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Farm Radios
of the 1930s

 

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Atwater-Kent, a popular
1924 battery radio


typical mid '30s farm radio

a typical late 40s, small
battery operated portable

Few homes in rural areas of the country were wired with AC power during the 1920s - late '40s.

Farm radios were made to operate from a local type DC power line, a battery package, car battery or a windmill. The typical 1920’s battery radios do not fall into the category of a “Farm Radio”.

DC power line: The most common of DC power supplied to homes in some areas was 32 volts. Many companies made radios that would operated on 32 volts DC.

Battery Package: The most common type of Farm radio requires a battery package or battery-pac. These “battery-pacs” where so called because they contained all the voltages in one package needed to operate the radio. There are some exceptions where some radios may require two “pacs” (one for the “A” supply, another for the rest of the voltages).

These “battery pacs” were usually unique to the brand and model of the particular radio. Early on, they had to be purchased from the dealer that sold that model radio. As the popularity of these radios increased, most battery companies (Ray-O-Vac, Burgess, Eveready etc.) offered their version for a replacement battery package.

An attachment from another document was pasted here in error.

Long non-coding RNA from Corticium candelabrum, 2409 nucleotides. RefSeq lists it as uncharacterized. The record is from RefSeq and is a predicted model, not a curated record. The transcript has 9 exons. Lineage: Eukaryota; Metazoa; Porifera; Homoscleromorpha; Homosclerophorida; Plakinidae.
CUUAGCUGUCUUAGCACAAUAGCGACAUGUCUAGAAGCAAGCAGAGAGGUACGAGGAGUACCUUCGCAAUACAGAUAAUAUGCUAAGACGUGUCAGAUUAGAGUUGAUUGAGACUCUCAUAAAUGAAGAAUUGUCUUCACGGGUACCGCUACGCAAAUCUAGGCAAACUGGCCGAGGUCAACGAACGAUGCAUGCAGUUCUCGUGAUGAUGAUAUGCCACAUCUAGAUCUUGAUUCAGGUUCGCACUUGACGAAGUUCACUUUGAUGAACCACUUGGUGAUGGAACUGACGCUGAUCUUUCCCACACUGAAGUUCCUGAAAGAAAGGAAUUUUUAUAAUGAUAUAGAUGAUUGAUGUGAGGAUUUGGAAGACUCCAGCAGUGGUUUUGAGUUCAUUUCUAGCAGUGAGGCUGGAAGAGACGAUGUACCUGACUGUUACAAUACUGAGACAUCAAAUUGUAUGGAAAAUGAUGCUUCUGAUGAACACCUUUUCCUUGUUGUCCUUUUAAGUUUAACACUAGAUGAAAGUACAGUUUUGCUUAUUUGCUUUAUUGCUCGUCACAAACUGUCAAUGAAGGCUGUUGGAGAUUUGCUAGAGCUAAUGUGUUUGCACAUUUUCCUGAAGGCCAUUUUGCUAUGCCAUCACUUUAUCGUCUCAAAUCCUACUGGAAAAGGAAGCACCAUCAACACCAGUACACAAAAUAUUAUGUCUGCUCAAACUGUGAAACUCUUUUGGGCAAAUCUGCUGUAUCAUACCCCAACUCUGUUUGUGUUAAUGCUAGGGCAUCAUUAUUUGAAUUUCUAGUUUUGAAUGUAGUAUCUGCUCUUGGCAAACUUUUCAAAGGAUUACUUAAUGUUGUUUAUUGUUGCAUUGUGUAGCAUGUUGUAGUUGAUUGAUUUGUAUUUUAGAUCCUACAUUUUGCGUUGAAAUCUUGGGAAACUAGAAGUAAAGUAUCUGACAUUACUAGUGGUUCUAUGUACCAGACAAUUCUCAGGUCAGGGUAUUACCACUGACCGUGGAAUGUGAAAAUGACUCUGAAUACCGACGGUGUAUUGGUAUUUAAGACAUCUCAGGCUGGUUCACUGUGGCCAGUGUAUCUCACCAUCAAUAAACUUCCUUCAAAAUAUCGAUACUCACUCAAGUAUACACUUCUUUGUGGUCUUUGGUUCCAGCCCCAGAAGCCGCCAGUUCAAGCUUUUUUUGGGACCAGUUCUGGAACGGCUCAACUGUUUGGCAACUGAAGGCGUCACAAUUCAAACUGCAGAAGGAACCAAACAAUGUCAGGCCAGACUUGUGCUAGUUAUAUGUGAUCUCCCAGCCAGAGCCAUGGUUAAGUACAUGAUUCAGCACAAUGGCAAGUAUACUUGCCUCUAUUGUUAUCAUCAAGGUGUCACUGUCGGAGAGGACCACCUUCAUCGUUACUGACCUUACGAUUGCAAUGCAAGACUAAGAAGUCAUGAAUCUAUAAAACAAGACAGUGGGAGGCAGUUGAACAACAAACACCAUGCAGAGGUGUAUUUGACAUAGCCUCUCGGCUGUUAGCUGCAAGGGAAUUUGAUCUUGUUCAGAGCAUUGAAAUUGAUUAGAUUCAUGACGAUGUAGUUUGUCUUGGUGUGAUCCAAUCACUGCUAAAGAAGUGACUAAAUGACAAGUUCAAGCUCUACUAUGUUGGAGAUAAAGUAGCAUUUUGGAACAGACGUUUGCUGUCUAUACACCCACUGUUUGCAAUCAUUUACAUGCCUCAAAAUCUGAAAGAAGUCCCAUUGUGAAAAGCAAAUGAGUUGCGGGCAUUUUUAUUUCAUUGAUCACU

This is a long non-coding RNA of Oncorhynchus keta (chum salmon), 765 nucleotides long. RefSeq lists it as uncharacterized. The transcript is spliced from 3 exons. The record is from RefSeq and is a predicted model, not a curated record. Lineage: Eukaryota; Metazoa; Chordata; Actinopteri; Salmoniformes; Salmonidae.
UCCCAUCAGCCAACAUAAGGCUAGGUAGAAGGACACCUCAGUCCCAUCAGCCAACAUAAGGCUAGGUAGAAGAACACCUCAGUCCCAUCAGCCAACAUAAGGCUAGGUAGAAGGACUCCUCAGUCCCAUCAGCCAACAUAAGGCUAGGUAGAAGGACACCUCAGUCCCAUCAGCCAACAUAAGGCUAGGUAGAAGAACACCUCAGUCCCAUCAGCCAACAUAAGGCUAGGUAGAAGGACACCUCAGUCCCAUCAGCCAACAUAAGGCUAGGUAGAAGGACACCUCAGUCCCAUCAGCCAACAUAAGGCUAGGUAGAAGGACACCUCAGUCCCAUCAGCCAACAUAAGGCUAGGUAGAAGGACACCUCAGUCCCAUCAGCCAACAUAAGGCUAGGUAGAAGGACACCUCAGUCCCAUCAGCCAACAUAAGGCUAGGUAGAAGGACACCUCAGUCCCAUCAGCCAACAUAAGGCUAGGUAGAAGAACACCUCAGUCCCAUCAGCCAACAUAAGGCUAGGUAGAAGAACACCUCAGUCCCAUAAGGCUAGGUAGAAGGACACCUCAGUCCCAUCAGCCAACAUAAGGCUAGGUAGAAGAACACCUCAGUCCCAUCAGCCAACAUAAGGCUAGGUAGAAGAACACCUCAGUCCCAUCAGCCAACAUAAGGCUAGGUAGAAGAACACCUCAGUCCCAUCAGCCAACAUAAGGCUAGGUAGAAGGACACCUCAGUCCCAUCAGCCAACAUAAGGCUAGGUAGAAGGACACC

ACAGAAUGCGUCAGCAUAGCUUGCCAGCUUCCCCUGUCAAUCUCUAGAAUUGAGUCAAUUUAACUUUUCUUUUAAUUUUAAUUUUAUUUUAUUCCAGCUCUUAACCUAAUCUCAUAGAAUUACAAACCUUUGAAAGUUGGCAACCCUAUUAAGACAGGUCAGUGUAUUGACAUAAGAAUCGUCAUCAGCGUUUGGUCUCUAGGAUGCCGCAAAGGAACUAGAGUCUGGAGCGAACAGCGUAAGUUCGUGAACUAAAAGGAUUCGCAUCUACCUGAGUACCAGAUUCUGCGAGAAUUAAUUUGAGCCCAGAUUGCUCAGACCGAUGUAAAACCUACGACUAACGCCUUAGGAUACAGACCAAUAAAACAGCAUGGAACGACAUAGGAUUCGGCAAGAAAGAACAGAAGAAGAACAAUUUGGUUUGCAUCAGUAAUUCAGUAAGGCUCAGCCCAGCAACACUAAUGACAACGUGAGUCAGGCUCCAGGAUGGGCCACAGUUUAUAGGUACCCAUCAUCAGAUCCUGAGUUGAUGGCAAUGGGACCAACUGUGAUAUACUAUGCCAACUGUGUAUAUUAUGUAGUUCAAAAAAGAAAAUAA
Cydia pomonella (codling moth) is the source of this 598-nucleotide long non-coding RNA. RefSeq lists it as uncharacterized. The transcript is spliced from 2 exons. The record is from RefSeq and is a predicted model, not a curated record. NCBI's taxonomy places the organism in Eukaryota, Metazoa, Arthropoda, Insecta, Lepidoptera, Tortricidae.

Windmill or Car battery: This type of radio usually had a “vibrator” type of power supply that converted  a 6 volt DC source to 110 volts pulsed DC which fed the radio’s primary of a power transformer.  The power transformer operated as if it were supplied with AC. Some of these type radios where universal and had a switch to also operate on 110 volts AC or DC. Some windmills would supply a charging voltage to keep a 6 volt car battery or a radio’s battery charged. Rural folks would usually have more than one battery (depending on their financial situation), one set for their vehicle (if they had one) another for the radio.

Information about 1920's battery radio speakers

Information about 1920's battery powered radios

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